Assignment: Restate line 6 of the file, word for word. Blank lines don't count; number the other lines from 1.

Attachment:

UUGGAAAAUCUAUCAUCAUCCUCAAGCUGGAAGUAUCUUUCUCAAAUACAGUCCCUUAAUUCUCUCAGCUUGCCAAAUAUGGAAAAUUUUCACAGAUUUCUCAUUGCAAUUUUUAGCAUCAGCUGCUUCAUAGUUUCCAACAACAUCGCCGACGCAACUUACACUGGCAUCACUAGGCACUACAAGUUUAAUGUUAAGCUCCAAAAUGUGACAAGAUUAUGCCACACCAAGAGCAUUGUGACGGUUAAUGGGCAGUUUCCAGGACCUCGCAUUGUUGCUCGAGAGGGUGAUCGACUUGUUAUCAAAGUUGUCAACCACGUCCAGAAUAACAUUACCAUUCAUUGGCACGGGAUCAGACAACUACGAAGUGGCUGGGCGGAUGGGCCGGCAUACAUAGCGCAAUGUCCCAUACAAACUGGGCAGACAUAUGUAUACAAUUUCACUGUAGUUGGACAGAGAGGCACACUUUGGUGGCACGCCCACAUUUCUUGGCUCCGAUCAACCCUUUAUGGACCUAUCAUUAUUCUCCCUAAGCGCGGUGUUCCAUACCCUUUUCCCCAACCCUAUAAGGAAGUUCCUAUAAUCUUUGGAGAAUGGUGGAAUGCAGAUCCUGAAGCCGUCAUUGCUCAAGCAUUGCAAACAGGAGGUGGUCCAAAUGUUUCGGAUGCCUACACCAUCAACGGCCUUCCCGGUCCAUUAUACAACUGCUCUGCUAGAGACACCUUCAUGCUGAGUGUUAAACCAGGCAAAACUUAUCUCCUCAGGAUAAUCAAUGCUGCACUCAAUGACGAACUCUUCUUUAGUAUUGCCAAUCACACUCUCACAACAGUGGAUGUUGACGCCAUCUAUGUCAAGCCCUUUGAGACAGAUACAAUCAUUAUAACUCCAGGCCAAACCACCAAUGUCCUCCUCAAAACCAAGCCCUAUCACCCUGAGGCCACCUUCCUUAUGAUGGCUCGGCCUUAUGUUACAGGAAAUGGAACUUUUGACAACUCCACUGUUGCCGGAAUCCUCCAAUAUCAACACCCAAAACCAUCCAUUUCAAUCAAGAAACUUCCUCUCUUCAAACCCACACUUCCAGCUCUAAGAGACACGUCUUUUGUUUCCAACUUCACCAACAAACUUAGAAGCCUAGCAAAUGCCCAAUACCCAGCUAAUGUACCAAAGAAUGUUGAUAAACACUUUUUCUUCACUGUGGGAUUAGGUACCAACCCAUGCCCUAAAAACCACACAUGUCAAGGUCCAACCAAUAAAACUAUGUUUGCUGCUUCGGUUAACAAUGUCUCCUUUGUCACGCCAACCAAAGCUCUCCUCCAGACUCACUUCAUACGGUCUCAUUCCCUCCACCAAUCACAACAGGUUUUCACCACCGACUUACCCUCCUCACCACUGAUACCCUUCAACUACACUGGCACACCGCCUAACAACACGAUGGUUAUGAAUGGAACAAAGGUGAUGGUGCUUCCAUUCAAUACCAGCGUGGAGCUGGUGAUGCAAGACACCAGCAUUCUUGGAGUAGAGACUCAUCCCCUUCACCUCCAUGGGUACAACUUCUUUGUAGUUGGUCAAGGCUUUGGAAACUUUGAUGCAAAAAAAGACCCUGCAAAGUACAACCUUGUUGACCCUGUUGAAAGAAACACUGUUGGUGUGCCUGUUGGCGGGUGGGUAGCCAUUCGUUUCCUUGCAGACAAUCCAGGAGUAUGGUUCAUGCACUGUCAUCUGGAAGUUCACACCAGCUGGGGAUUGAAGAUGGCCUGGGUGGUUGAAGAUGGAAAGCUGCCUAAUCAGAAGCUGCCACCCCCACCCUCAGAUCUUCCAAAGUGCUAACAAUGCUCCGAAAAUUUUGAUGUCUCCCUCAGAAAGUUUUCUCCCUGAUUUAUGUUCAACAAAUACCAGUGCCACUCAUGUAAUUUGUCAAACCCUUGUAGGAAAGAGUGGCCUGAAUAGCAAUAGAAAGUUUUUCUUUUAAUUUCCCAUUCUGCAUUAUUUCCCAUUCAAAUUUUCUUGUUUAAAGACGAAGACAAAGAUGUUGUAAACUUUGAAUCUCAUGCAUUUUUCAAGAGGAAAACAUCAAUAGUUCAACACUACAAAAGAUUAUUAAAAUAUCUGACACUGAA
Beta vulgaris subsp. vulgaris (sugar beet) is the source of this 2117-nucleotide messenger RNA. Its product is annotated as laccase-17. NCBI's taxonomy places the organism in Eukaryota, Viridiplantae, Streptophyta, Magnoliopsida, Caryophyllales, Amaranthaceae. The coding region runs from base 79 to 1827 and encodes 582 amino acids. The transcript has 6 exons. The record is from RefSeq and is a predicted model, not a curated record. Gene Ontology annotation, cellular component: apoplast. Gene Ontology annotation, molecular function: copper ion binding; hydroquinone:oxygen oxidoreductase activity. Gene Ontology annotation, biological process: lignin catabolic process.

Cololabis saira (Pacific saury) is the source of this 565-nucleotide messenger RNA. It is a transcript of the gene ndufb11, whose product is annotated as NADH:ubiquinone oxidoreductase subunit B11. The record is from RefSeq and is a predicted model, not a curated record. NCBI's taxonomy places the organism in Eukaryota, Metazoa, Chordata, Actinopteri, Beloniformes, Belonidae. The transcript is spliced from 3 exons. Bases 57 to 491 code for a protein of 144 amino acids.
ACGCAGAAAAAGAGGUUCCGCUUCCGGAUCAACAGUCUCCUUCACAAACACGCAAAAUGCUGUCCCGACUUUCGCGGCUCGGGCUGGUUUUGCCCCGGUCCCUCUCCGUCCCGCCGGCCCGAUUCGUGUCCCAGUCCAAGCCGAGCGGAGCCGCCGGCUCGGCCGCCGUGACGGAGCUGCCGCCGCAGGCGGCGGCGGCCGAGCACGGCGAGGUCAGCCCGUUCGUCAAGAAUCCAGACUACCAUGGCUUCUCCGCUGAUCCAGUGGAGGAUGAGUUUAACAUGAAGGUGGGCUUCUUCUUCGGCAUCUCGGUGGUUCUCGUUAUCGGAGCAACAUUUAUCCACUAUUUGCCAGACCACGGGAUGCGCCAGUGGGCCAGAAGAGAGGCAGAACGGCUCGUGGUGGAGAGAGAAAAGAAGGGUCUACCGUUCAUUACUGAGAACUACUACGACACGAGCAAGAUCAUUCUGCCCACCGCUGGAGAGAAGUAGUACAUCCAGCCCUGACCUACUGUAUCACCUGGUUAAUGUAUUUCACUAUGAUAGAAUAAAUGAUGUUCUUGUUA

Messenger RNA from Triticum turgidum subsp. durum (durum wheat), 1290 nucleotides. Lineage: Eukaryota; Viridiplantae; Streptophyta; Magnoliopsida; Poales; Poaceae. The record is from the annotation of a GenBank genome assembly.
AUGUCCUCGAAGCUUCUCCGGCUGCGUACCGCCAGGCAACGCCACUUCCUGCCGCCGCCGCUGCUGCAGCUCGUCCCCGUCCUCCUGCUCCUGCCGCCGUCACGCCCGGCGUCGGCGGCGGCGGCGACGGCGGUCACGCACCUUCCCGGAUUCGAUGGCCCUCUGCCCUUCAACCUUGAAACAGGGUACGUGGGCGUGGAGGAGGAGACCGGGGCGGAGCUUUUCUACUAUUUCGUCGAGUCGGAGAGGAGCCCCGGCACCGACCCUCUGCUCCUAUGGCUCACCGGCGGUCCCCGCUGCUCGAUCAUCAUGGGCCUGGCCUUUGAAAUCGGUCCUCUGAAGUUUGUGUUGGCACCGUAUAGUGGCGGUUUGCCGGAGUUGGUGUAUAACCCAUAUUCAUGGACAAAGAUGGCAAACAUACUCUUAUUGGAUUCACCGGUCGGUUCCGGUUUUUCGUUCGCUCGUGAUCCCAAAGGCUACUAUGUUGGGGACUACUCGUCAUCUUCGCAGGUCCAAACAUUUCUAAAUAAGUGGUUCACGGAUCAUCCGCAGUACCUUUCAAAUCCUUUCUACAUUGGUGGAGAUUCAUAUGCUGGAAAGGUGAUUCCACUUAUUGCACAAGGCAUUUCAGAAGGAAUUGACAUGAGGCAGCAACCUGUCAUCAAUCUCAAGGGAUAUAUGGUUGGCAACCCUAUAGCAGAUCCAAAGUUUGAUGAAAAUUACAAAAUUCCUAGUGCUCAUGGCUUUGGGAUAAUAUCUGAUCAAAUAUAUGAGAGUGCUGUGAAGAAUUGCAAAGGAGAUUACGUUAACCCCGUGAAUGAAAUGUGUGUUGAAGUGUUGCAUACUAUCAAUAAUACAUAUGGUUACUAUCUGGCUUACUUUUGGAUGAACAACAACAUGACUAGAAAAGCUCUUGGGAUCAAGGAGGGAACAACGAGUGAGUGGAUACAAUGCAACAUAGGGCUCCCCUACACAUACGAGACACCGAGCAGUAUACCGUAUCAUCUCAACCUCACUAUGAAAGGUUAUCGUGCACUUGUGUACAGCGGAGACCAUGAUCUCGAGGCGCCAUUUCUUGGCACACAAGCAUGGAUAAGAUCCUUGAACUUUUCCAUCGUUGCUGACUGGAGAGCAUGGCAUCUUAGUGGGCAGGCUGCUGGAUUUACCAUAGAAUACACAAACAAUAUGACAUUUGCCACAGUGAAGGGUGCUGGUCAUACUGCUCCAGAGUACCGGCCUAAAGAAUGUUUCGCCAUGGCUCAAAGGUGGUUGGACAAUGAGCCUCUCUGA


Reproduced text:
AUGUCCUCGAAGCUUCUCCGGCUGCGUACCGCCAGGCAACGCCACUUCCUGCCGCCGCCGCUGCUGCAGCUCGUCCCCGUCCUCCUGCUCCUGCCGCCGUCACGCCCGGCGUCGGCGGCGGCGGCGACGGCGGUCACGCACCUUCCCGGAUUCGAUGGCCCUCUGCCCUUCAACCUUGAAACAGGGUACGUGGGCGUGGAGGAGGAGACCGGGGCGGAGCUUUUCUACUAUUUCGUCGAGUCGGAGAGGAGCCCCGGCACCGACCCUCUGCUCCUAUGGCUCACCGGCGGUCCCCGCUGCUCGAUCAUCAUGGGCCUGGCCUUUGAAAUCGGUCCUCUGAAGUUUGUGUUGGCACCGUAUAGUGGCGGUUUGCCGGAGUUGGUGUAUAACCCAUAUUCAUGGACAAAGAUGGCAAACAUACUCUUAUUGGAUUCACCGGUCGGUUCCGGUUUUUCGUUCGCUCGUGAUCCCAAAGGCUACUAUGUUGGGGACUACUCGUCAUCUUCGCAGGUCCAAACAUUUCUAAAUAAGUGGUUCACGGAUCAUCCGCAGUACCUUUCAAAUCCUUUCUACAUUGGUGGAGAUUCAUAUGCUGGAAAGGUGAUUCCACUUAUUGCACAAGGCAUUUCAGAAGGAAUUGACAUGAGGCAGCAACCUGUCAUCAAUCUCAAGGGAUAUAUGGUUGGCAACCCUAUAGCAGAUCCAAAGUUUGAUGAAAAUUACAAAAUUCCUAGUGCUCAUGGCUUUGGGAUAAUAUCUGAUCAAAUAUAUGAGAGUGCUGUGAAGAAUUGCAAAGGAGAUUACGUUAACCCCGUGAAUGAAAUGUGUGUUGAAGUGUUGCAUACUAUCAAUAAUACAUAUGGUUACUAUCUGGCUUACUUUUGGAUGAACAACAACAUGACUAGAAAAGCUCUUGGGAUCAAGGAGGGAACAACGAGUGAGUGGAUACAAUGCAACAUAGGGCUCCCCUACACAUACGAGACACCGAGCAGUAUACCGUAUCAUCUCAACCUCACUAUGAAAGGUUAUCGUGCACUUGUGUACAGCGGAGACCAUGAUCUCGAGGCGCCAUUUCUUGGCACACAAGCAUGGAUAAGAUCCUUGAACUUUUCCAUCGUUGCUGACUGGAGAGCAUGGCAUCUUAGUGGGCAGGCUGCUGGAUUUACCAUAGAAUACACAAACAAUAUGACAUUUGCCACAGUGAAGGGUGCUGGUCAUACUGCUCCAGAGUACCGGCCUAAAGAAUGUUUCGCCAUGGCUCAAAGGUGGUUGGACAAUGAGCCUCUCUGA